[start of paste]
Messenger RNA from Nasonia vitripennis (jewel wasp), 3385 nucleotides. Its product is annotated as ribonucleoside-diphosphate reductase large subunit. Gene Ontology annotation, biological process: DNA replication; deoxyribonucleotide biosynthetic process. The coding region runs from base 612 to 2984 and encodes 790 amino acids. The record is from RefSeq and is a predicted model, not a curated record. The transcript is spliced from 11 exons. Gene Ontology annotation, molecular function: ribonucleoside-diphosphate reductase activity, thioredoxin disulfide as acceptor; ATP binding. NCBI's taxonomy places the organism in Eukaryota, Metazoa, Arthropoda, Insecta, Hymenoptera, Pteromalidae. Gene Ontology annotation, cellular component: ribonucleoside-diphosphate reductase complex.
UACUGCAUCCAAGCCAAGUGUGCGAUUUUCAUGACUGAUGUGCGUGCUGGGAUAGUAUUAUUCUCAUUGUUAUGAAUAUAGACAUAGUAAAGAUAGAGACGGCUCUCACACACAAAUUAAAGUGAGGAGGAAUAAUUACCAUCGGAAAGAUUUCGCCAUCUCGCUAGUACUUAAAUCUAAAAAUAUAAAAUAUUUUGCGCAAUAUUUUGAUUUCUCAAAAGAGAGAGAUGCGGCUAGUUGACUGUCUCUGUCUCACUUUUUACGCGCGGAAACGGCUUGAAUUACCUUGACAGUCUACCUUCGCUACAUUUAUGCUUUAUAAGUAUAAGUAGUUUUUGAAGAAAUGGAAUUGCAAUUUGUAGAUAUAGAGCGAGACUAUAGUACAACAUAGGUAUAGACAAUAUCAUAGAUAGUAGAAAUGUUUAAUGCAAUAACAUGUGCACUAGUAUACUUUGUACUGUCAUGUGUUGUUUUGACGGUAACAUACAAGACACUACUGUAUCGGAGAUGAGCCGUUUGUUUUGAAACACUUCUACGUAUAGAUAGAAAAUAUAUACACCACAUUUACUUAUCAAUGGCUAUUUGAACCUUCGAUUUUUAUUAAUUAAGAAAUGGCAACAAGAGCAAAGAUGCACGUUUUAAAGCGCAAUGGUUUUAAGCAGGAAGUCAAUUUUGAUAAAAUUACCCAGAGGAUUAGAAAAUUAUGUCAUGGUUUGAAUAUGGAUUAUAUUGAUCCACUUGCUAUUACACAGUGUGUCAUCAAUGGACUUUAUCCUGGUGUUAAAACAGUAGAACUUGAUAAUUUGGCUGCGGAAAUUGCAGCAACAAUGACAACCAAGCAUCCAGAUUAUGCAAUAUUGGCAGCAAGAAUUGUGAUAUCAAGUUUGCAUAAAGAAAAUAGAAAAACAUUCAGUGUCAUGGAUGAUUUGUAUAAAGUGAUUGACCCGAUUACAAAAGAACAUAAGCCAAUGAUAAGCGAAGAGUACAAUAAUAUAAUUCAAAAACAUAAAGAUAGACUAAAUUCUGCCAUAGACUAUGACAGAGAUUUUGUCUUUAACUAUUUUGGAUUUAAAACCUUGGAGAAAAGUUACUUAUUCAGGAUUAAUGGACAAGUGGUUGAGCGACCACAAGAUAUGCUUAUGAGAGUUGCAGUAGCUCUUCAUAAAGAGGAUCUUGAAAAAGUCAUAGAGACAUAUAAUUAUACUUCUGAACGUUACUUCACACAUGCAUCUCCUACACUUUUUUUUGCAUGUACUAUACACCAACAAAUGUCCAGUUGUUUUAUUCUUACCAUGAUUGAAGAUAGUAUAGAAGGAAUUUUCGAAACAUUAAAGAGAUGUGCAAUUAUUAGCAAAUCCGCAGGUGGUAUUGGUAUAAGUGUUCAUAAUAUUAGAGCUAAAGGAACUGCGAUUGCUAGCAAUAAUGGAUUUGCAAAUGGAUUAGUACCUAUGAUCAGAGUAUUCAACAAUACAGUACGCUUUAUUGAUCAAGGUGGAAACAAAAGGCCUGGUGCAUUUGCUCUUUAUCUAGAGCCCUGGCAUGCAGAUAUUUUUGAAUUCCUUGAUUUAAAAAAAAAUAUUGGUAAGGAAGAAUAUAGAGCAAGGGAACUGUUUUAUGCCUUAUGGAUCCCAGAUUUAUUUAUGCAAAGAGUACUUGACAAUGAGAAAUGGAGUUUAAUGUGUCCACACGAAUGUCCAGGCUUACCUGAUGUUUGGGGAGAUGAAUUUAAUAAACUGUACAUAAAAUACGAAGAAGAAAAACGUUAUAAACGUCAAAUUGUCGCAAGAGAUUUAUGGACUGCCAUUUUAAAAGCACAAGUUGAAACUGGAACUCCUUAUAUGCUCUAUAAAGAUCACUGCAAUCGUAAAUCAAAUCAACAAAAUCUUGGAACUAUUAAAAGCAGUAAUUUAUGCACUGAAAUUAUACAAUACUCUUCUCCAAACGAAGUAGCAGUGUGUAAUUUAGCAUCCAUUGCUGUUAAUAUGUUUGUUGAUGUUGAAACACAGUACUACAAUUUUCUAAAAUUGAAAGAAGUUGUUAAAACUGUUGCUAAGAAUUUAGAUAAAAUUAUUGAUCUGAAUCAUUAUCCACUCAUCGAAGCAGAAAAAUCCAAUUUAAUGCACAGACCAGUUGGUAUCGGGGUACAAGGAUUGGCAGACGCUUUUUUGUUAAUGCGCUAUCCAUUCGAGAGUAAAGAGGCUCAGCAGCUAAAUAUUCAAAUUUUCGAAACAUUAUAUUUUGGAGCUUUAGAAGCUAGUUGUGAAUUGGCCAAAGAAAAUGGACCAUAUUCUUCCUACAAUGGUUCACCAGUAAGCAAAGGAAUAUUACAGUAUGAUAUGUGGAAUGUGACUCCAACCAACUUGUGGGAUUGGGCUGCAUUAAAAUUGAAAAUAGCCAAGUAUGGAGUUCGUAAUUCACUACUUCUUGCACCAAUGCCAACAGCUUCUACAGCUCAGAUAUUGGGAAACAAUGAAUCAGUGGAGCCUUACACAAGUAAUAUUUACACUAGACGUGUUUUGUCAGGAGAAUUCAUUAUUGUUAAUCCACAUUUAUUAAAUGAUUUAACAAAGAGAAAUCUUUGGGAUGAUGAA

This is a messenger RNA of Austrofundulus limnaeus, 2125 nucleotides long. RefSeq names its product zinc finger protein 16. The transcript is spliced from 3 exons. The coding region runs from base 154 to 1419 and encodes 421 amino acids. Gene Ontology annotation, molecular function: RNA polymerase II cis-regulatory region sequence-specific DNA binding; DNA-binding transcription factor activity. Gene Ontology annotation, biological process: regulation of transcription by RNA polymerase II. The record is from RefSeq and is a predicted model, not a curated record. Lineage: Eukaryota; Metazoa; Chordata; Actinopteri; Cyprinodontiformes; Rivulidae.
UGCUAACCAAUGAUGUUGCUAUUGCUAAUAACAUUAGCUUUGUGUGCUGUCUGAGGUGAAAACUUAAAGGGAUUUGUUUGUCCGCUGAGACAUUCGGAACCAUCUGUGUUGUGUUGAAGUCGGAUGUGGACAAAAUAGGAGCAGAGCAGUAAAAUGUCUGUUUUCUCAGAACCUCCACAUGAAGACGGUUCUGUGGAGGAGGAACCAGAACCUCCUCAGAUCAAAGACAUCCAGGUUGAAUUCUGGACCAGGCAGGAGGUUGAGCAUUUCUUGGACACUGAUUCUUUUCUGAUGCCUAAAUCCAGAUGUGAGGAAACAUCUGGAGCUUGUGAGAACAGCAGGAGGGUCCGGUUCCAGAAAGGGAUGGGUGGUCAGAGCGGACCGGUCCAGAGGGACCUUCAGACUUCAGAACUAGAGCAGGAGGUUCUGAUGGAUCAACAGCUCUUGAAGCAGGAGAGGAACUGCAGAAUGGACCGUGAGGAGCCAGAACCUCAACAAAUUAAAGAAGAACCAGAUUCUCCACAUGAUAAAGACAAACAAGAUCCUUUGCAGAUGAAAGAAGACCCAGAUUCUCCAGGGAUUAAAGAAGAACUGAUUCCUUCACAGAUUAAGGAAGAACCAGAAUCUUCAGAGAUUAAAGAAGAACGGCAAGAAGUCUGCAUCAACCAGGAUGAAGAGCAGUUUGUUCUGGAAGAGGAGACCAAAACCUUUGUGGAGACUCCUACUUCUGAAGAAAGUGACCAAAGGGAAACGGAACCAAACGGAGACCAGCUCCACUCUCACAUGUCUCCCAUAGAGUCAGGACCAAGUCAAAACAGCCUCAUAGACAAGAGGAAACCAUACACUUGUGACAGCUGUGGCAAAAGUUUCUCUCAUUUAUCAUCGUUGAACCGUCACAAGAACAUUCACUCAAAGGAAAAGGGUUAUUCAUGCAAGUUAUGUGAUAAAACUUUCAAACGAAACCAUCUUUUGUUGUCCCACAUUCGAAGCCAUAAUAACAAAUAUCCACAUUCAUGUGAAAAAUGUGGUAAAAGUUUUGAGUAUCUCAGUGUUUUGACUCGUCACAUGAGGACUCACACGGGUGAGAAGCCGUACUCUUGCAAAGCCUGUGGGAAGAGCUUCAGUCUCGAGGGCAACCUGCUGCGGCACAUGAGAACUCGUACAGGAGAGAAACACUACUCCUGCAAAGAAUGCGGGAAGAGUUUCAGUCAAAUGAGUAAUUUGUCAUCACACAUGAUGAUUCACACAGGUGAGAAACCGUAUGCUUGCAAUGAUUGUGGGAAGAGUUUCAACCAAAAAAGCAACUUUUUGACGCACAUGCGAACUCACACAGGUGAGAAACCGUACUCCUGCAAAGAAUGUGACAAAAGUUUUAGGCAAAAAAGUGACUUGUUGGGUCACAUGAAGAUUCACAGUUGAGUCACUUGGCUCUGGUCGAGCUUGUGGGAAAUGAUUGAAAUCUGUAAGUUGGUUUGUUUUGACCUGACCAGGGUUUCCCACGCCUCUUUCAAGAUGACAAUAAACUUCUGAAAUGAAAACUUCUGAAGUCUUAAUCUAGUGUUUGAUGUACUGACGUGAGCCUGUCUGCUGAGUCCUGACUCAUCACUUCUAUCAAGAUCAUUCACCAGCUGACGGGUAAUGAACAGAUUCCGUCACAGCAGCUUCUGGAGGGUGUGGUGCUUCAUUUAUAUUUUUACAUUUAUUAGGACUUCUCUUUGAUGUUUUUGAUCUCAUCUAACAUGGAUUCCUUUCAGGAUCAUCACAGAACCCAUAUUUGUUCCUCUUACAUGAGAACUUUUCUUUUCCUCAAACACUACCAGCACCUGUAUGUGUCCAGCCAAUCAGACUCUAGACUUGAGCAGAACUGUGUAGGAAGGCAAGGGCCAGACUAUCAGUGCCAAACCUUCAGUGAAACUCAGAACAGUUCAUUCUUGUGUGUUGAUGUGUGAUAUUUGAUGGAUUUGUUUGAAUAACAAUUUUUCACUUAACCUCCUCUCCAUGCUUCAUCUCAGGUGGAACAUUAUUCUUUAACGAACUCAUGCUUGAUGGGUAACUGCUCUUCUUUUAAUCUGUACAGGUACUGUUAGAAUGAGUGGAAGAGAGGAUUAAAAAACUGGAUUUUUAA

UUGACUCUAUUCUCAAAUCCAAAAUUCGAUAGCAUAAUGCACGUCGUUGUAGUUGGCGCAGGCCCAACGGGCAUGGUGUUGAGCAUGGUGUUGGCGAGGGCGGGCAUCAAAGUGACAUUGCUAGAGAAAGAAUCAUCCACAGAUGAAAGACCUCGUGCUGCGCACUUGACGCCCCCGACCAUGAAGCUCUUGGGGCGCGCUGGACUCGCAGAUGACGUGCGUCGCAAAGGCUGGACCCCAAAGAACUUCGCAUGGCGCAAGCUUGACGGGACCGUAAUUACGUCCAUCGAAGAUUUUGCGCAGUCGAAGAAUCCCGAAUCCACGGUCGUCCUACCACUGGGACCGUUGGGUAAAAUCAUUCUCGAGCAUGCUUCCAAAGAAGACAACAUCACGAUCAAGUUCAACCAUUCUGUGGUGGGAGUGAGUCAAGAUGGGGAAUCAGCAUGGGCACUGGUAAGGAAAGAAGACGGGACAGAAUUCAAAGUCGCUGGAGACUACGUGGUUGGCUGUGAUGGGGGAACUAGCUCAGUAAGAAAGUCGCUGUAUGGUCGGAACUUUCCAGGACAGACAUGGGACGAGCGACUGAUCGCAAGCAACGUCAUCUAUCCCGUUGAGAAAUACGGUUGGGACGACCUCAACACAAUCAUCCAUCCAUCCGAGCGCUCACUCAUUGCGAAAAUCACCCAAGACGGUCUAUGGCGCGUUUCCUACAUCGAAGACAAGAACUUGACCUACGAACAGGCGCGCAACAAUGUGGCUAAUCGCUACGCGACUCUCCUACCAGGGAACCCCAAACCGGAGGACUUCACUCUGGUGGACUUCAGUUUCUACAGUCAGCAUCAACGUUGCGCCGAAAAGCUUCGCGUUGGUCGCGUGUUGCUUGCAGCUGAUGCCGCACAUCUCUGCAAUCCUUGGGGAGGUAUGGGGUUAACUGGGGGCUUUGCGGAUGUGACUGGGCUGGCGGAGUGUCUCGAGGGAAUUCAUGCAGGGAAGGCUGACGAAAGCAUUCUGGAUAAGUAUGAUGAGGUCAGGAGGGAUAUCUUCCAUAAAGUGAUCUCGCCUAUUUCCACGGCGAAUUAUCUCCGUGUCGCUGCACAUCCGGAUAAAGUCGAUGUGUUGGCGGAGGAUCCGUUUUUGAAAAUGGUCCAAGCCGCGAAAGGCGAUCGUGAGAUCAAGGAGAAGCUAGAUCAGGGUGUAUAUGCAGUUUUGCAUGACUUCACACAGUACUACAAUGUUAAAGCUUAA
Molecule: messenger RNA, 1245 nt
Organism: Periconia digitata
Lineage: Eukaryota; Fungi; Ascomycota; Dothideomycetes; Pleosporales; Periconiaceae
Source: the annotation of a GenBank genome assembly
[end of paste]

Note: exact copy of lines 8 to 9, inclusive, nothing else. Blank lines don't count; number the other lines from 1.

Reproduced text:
Lineage: Eukaryota; Fungi; Ascomycota; Dothideomycetes; Pleosporales; Periconiaceae
Source: the annotation of a GenBank genome assembly